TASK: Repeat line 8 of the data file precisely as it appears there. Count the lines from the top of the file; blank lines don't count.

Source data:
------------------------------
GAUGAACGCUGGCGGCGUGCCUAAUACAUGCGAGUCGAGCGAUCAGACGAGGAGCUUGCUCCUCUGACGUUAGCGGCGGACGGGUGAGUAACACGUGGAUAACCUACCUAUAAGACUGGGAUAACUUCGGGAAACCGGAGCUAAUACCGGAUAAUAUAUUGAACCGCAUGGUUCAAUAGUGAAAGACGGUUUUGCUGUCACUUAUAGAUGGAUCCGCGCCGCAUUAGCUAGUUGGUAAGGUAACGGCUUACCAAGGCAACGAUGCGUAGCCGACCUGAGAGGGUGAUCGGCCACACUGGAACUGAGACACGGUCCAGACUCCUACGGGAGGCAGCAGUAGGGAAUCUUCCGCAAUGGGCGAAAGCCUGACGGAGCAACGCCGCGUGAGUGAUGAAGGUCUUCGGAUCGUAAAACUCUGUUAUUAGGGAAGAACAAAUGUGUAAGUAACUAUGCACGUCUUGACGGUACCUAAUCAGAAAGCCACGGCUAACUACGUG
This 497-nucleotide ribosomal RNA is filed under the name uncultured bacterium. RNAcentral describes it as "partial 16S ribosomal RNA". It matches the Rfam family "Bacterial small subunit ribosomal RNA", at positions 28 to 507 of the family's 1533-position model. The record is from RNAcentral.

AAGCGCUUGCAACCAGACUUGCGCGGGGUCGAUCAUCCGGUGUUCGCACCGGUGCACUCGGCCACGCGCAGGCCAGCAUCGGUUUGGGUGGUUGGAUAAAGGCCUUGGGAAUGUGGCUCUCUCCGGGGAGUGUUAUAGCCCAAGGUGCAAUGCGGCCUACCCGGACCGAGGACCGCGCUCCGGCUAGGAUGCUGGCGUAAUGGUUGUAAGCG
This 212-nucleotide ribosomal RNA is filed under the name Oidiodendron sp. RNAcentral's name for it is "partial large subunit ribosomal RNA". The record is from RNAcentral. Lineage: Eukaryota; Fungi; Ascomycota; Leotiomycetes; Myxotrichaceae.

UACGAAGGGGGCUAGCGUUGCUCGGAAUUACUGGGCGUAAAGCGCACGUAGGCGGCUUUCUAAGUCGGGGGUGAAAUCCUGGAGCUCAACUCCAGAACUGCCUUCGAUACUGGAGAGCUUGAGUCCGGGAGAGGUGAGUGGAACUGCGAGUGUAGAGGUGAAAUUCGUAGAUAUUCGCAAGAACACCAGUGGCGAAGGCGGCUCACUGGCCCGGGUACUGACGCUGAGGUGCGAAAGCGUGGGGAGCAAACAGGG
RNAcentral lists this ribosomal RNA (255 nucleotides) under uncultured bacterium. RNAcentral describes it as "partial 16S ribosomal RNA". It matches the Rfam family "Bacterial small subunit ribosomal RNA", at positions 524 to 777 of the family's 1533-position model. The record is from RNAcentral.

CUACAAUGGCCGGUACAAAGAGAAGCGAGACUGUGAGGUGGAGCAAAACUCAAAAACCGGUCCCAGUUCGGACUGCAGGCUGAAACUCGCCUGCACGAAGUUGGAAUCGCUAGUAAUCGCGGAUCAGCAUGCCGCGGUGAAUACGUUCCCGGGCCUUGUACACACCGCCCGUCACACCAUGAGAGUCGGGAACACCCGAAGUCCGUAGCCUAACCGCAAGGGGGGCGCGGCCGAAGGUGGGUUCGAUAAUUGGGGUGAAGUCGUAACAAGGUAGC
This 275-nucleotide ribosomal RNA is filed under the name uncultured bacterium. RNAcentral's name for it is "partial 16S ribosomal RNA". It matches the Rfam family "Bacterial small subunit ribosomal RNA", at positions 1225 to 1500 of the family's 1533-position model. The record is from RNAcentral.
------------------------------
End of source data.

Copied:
This 275-nucleotide ribosomal RNA is filed under the name uncultured bacterium. RNAcentral's name for it is "partial 16S ribosomal RNA". It matches the Rfam family "Bacterial small subunit ribosomal RNA", at positions 1225 to 1500 of the family's 1533-position model. The record is from RNAcentral.